Katherine McClafferty is a second-grade teacher at Graham Road Elementary School in Virginia, which is 90 percent students of color. She is in her sixth year of teaching.

For many of its economically disadvantaged students, Graham Road Elementary School is the symbol of consistency and safety. It’s where they come to learn about working hard, celebrating progress, and achieving individual goals. Graham Road is where I began my career, and where I’ve chosen to remain for the past six years.

The opportunities for professional growth are abundant at Graham Road. My administrators capably distribute leadership and provide the structures for collaboration, so that while I may be the only adult in my classroom, I never feel as though I’m teaching alone. My supportive colleagues and trusting administrators inspire me to take risks, to reflect, and to improve my practice. For example, during my second year of teaching, my teammates and I decided that we needed more professional development in guided reading. After talking to our principal, he purchased a resource book for my colleagues and I to analyze during weekly meetings, and we relied on the assistant principal and resource teacher to support our discussions and develop interactive ways to practice new strategies together.

As a member of the Graham Road community, I contribute to the stability of lives that are, at times, fraught with uncertainty and chaos. Students know my name before I know theirs. They know that I am the one who taught their big sister, or the one that said “Good morning!” every time they passed my door, or the one who always nagged them to walk in the hallway. No matter what their home life is like, they expect me and my colleagues to be there for them — and we don’t disappoint.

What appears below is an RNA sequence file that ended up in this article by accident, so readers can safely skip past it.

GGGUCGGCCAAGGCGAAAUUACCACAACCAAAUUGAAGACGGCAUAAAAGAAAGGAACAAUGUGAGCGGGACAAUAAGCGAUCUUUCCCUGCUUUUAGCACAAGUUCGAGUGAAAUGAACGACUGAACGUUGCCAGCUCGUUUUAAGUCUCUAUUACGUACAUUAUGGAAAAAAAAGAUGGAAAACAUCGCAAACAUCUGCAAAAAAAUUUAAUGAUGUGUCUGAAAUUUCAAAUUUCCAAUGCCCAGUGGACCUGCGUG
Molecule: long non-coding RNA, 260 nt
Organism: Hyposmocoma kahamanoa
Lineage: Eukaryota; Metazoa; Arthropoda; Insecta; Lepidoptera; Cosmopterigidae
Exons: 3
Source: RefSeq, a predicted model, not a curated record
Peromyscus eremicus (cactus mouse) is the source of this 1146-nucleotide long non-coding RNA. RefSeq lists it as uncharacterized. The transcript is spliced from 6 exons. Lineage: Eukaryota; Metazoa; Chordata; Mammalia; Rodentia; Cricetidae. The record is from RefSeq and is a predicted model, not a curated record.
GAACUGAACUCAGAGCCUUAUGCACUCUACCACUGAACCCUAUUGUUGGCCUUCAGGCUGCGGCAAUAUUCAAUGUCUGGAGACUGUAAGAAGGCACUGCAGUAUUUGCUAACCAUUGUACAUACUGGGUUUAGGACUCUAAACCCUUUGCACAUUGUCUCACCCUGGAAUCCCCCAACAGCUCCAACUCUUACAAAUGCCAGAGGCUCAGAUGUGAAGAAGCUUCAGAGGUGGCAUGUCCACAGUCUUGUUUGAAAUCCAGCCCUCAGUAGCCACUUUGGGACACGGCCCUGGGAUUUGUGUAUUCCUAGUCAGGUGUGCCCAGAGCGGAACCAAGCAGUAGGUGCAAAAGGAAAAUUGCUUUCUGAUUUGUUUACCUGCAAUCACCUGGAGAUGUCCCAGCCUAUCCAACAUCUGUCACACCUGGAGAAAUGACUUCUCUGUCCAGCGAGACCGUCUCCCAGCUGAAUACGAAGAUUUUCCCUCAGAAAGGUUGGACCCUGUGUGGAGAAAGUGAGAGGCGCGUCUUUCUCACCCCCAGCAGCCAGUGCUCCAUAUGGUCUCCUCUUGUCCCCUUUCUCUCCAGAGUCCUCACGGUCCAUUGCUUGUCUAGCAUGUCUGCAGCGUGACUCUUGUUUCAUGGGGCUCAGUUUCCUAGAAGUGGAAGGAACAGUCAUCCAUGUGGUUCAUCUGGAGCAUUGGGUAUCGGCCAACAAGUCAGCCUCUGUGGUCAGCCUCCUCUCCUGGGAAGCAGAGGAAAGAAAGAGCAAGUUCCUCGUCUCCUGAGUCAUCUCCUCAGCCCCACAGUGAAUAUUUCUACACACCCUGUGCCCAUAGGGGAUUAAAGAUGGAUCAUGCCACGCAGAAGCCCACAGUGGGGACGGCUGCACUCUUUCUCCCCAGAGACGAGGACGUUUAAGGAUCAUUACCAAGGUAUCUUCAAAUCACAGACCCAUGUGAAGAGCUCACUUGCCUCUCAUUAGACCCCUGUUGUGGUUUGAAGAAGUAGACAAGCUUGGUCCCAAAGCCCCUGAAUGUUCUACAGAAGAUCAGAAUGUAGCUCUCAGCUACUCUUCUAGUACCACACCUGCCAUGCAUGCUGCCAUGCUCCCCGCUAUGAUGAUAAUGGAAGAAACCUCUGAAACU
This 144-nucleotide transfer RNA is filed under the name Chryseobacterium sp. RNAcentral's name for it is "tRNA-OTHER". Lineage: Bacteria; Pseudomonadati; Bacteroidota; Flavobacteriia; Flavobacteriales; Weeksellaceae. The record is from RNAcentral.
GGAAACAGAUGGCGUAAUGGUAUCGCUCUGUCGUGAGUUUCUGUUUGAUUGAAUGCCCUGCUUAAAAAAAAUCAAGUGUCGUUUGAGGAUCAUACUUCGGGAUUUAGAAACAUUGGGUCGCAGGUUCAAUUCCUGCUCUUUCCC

More resources from Ed Trust

Building and Sustaining Talent is a report that describes the urgency of making high-poverty, low-performing schools satisfying, attractive places to work, and how some schools and districts are doing it.

This post is a part of an ongoing series, called “Why I Teach Where I Teach,” which asks educators in high-need schools to share what has attracted (and kept) them in the challenging environments they’re in. They share important stories and experiences that should remind us all of the power of strong school leadership, a network of supportive colleagues, and the genuine opportunity to have a say in schoolwide decisions. Listen up! They’re teaching us.